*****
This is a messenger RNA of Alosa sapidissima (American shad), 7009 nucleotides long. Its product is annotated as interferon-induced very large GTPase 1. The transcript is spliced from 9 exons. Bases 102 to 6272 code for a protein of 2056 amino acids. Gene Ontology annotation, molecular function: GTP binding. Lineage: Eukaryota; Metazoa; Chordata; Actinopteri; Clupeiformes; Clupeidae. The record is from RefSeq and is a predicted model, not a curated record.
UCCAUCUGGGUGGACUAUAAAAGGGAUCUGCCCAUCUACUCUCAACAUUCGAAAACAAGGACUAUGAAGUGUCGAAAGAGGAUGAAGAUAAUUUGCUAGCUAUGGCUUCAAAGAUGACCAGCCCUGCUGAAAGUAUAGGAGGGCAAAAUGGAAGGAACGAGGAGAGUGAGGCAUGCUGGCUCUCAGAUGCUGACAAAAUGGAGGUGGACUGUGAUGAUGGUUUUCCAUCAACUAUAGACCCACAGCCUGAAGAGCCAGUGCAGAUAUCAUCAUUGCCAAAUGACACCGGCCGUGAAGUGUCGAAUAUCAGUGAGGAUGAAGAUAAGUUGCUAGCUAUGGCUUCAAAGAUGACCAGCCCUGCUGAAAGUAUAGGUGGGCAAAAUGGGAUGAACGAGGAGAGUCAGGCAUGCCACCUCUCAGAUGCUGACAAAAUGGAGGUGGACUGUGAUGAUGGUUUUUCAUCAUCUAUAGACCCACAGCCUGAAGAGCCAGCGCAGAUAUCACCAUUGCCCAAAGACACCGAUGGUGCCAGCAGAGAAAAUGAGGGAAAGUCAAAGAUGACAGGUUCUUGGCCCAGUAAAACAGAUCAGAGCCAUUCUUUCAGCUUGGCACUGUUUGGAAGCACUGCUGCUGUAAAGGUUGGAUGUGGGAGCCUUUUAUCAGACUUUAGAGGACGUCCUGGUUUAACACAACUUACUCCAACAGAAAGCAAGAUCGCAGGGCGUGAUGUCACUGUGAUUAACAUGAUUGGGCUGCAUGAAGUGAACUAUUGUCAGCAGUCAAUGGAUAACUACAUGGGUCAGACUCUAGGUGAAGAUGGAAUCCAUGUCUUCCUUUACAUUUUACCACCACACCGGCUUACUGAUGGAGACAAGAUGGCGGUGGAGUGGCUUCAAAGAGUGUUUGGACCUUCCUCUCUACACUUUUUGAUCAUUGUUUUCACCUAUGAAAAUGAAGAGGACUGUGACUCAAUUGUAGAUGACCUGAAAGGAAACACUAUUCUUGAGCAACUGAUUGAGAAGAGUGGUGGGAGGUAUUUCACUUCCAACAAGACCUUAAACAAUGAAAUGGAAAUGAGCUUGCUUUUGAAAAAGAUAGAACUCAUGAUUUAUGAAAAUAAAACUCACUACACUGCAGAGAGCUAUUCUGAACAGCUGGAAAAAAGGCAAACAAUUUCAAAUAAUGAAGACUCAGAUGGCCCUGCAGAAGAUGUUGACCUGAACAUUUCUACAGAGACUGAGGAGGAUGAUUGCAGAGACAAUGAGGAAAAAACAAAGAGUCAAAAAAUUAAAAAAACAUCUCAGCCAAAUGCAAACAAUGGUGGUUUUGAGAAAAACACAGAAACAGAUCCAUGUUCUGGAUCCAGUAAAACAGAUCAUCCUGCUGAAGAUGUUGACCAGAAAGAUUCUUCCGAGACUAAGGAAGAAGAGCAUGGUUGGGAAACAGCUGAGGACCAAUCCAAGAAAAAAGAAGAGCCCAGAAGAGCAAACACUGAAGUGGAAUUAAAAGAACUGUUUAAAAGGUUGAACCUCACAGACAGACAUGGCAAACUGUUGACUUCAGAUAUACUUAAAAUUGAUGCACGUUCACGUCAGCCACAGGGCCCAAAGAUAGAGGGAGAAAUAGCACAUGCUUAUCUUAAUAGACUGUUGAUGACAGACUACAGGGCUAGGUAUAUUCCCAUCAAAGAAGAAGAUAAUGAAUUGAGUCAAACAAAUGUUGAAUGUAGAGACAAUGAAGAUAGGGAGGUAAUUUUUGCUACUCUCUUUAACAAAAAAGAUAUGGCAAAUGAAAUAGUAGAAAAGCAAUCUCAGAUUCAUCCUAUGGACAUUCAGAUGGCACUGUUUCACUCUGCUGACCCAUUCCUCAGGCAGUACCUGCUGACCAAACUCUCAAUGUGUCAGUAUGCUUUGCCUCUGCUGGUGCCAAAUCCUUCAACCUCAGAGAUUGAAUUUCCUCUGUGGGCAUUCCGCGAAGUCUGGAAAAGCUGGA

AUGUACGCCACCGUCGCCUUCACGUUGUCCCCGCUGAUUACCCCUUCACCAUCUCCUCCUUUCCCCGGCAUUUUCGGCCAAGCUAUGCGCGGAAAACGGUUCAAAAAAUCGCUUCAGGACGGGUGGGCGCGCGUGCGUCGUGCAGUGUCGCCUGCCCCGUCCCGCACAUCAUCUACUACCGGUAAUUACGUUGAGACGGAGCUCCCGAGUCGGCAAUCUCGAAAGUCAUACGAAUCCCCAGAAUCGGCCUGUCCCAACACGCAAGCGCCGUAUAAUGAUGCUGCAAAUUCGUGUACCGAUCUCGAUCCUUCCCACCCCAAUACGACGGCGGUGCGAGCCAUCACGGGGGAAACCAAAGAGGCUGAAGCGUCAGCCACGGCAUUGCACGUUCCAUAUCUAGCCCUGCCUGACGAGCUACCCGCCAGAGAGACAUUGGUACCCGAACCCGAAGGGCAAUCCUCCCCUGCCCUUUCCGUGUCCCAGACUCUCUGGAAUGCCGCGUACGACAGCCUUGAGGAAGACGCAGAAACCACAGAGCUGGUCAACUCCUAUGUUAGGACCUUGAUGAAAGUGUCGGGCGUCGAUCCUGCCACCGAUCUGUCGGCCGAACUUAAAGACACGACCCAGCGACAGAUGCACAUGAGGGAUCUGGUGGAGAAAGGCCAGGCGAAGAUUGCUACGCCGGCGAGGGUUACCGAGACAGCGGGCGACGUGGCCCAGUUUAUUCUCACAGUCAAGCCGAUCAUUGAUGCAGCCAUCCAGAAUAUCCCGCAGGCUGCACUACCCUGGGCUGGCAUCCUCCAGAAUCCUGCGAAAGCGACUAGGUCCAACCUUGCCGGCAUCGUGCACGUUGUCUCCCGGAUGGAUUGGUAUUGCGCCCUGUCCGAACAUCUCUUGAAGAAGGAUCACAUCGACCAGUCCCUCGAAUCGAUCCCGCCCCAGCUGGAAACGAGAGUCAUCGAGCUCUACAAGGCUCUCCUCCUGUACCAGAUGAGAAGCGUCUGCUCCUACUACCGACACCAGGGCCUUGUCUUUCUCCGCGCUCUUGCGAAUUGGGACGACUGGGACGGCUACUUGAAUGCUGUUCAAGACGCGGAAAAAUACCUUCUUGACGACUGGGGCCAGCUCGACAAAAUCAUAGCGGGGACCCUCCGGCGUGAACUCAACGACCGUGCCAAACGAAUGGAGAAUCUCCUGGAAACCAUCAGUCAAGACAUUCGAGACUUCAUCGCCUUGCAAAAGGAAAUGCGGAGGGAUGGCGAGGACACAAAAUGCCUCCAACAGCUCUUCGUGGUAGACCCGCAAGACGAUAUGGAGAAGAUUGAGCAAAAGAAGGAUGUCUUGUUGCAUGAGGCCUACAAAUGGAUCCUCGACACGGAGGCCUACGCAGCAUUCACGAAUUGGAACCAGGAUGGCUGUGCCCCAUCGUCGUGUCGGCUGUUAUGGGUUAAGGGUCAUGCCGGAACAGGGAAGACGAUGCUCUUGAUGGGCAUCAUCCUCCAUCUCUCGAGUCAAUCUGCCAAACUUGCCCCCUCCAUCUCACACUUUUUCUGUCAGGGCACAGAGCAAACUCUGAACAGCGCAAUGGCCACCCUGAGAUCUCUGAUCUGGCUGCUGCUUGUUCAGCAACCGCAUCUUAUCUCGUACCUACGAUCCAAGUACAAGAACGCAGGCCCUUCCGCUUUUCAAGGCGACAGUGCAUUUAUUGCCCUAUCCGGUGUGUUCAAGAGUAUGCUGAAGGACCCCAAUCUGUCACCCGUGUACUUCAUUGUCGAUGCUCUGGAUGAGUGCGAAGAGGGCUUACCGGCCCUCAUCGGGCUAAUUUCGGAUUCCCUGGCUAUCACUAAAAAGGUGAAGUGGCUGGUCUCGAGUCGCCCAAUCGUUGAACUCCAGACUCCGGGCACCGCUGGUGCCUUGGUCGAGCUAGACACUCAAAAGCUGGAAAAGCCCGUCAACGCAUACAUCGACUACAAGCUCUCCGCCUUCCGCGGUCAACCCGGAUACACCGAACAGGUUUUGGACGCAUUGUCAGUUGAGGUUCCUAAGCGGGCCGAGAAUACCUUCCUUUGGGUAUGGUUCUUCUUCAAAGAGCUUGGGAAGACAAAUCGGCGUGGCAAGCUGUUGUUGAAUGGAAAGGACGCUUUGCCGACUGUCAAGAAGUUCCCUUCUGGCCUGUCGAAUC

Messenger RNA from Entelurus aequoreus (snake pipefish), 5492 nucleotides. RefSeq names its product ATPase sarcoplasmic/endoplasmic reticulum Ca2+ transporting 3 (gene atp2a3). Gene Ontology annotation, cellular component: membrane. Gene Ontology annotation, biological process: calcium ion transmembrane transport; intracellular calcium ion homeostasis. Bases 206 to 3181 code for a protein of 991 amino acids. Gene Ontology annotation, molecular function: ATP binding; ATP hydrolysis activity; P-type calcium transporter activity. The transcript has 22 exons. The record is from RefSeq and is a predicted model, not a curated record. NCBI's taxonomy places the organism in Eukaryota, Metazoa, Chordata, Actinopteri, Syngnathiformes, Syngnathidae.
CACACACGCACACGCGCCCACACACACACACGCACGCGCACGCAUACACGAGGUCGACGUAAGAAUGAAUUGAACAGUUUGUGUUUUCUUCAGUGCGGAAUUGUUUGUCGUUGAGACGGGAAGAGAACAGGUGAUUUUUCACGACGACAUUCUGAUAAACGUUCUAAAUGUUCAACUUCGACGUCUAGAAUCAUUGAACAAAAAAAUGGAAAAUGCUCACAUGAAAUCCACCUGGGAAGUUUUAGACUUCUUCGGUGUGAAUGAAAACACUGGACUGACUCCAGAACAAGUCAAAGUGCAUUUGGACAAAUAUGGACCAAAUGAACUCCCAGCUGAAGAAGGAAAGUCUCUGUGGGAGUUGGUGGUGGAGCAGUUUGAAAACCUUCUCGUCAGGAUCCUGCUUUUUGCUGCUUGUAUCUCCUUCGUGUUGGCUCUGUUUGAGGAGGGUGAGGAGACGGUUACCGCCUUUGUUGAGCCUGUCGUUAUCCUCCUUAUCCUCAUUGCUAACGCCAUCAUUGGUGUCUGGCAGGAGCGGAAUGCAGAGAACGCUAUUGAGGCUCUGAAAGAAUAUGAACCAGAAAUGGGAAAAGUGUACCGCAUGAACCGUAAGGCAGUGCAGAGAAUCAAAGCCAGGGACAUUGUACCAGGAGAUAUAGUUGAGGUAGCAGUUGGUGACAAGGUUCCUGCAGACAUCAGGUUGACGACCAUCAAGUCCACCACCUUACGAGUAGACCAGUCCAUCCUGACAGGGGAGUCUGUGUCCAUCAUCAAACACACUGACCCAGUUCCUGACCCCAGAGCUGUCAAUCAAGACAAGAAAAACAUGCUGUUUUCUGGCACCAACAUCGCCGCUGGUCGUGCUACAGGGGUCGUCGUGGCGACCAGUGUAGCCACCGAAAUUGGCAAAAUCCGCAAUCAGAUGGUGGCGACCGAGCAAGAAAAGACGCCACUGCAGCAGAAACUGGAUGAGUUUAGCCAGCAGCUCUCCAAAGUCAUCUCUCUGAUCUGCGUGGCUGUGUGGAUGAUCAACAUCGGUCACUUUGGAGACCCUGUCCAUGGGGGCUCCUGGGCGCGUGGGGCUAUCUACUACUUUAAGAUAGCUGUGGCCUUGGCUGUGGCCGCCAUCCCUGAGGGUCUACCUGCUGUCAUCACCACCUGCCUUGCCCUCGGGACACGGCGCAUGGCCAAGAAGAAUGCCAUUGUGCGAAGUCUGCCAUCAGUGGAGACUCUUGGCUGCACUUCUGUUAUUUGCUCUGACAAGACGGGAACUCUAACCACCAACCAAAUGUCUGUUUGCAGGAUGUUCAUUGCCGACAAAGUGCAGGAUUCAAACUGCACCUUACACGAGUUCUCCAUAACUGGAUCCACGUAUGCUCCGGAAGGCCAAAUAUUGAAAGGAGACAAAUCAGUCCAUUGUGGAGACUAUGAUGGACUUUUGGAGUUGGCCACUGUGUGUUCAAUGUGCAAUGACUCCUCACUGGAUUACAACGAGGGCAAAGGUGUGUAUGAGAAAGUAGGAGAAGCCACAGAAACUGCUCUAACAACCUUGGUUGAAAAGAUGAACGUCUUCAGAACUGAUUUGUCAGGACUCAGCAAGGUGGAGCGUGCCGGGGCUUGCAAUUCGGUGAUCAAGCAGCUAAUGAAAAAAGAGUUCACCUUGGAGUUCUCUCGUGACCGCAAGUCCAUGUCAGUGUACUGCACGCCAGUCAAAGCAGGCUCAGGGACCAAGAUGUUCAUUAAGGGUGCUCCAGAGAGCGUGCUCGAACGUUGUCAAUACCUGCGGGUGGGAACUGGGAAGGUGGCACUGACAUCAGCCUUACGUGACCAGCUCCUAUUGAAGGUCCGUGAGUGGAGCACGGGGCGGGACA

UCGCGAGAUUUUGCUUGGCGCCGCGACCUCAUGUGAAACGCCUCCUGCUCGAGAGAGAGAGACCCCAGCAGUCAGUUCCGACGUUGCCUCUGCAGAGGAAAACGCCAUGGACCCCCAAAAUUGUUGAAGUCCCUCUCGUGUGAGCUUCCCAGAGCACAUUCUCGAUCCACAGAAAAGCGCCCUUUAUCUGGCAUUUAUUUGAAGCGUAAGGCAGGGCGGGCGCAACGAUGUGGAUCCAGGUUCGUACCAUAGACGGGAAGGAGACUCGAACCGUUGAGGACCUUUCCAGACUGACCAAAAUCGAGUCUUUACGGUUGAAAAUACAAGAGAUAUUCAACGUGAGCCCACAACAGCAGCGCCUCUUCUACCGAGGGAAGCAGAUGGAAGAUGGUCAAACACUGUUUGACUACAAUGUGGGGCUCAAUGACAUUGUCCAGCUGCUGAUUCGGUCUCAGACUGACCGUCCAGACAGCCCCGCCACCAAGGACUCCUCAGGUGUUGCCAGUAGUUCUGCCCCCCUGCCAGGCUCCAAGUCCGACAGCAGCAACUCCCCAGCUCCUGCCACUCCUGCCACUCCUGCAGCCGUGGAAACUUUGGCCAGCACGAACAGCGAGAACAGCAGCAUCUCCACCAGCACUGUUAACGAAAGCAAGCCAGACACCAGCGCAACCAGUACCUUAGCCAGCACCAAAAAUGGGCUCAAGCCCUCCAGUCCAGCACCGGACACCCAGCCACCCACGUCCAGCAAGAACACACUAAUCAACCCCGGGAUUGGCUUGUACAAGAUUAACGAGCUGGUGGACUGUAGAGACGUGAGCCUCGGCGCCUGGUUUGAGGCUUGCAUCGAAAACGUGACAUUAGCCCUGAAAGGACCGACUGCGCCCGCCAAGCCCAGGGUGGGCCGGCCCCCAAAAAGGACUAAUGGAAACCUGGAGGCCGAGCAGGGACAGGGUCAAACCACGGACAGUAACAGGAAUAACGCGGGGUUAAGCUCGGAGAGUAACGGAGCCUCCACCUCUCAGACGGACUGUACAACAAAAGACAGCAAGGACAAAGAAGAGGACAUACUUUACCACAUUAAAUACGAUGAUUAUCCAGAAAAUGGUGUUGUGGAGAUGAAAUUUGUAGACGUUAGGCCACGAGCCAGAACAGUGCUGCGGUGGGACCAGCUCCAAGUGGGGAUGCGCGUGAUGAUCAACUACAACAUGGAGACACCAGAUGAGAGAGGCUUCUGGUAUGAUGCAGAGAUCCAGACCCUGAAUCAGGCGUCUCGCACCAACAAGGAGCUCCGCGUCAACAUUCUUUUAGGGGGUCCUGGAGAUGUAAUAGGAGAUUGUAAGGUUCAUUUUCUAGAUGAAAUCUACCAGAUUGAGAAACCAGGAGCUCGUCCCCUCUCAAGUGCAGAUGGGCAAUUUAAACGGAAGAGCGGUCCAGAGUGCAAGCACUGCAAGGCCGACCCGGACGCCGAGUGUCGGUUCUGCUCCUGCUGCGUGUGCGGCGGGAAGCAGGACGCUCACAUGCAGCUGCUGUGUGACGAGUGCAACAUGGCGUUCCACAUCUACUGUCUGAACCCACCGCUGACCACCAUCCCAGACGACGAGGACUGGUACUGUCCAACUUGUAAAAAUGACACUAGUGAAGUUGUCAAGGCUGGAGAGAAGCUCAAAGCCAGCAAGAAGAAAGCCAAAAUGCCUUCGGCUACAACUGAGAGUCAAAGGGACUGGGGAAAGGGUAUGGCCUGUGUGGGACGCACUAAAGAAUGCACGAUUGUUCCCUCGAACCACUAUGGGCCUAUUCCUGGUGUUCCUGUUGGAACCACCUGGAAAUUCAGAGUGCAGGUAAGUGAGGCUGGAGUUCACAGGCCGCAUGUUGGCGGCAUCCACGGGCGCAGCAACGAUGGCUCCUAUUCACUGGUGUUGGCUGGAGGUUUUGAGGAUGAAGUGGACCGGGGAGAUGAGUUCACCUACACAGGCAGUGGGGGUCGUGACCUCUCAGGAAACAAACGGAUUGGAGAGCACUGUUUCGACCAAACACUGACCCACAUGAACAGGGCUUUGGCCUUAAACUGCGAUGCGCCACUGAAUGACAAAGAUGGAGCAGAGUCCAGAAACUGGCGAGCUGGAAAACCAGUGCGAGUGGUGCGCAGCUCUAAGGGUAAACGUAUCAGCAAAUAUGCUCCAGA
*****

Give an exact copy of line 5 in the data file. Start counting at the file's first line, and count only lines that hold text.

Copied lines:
CACACACGCACACGCGCCCACACACACACACGCACGCGCACGCAUACACGAGGUCGACGUAAGAAUGAAUUGAACAGUUUGUGUUUUCUUCAGUGCGGAAUUGUUUGUCGUUGAGACGGGAAGAGAACAGGUGAUUUUUCACGACGACAUUCUGAUAAACGUUCUAAAUGUUCAACUUCGACGUCUAGAAUCAUUGAACAAAAAAAUGGAAAAUGCUCACAUGAAAUCCACCUGGGAAGUUUUAGACUUCUUCGGUGUGAAUGAAAACACUGGACUGACUCCAGAACAAGUCAAAGUGCAUUUGGACAAAUAUGGACCAAAUGAACUCCCAGCUGAAGAAGGAAAGUCUCUGUGGGAGUUGGUGGUGGAGCAGUUUGAAAACCUUCUCGUCAGGAUCCUGCUUUUUGCUGCUUGUAUCUCCUUCGUGUUGGCUCUGUUUGAGGAGGGUGAGGAGACGGUUACCGCCUUUGUUGAGCCUGUCGUUAUCCUCCUUAUCCUCAUUGCUAACGCCAUCAUUGGUGUCUGGCAGGAGCGGAAUGCAGAGAACGCUAUUGAGGCUCUGAAAGAAUAUGAACCAGAAAUGGGAAAAGUGUACCGCAUGAACCGUAAGGCAGUGCAGAGAAUCAAAGCCAGGGACAUUGUACCAGGAGAUAUAGUUGAGGUAGCAGUUGGUGACAAGGUUCCUGCAGACAUCAGGUUGACGACCAUCAAGUCCACCACCUUACGAGUAGACCAGUCCAUCCUGACAGGGGAGUCUGUGUCCAUCAUCAAACACACUGACCCAGUUCCUGACCCCAGAGCUGUCAAUCAAGACAAGAAAAACAUGCUGUUUUCUGGCACCAACAUCGCCGCUGGUCGUGCUACAGGGGUCGUCGUGGCGACCAGUGUAGCCACCGAAAUUGGCAAAAUCCGCAAUCAGAUGGUGGCGACCGAGCAAGAAAAGACGCCACUGCAGCAGAAACUGGAUGAGUUUAGCCAGCAGCUCUCCAAAGUCAUCUCUCUGAUCUGCGUGGCUGUGUGGAUGAUCAACAUCGGUCACUUUGGAGACCCUGUCCAUGGGGGCUCCUGGGCGCGUGGGGCUAUCUACUACUUUAAGAUAGCUGUGGCCUUGGCUGUGGCCGCCAUCCCUGAGGGUCUACCUGCUGUCAUCACCACCUGCCUUGCCCUCGGGACACGGCGCAUGGCCAAGAAGAAUGCCAUUGUGCGAAGUCUGCCAUCAGUGGAGACUCUUGGCUGCACUUCUGUUAUUUGCUCUGACAAGACGGGAACUCUAACCACCAACCAAAUGUCUGUUUGCAGGAUGUUCAUUGCCGACAAAGUGCAGGAUUCAAACUGCACCUUACACGAGUUCUCCAUAACUGGAUCCACGUAUGCUCCGGAAGGCCAAAUAUUGAAAGGAGACAAAUCAGUCCAUUGUGGAGACUAUGAUGGACUUUUGGAGUUGGCCACUGUGUGUUCAAUGUGCAAUGACUCCUCACUGGAUUACAACGAGGGCAAAGGUGUGUAUGAGAAAGUAGGAGAAGCCACAGAAACUGCUCUAACAACCUUGGUUGAAAAGAUGAACGUCUUCAGAACUGAUUUGUCAGGACUCAGCAAGGUGGAGCGUGCCGGGGCUUGCAAUUCGGUGAUCAAGCAGCUAAUGAAAAAAGAGUUCACCUUGGAGUUCUCUCGUGACCGCAAGUCCAUGUCAGUGUACUGCACGCCAGUCAAAGCAGGCUCAGGGACCAAGAUGUUCAUUAAGGGUGCUCCAGAGAGCGUGCUCGAACGUUGUCAAUACCUGCGGGUGGGAACUGGGAAGGUGGCACUGACAUCAGCCUUACGUGACCAGCUCCUAUUGAAGGUCCGUGAGUGGAGCACGGGGCGGGACA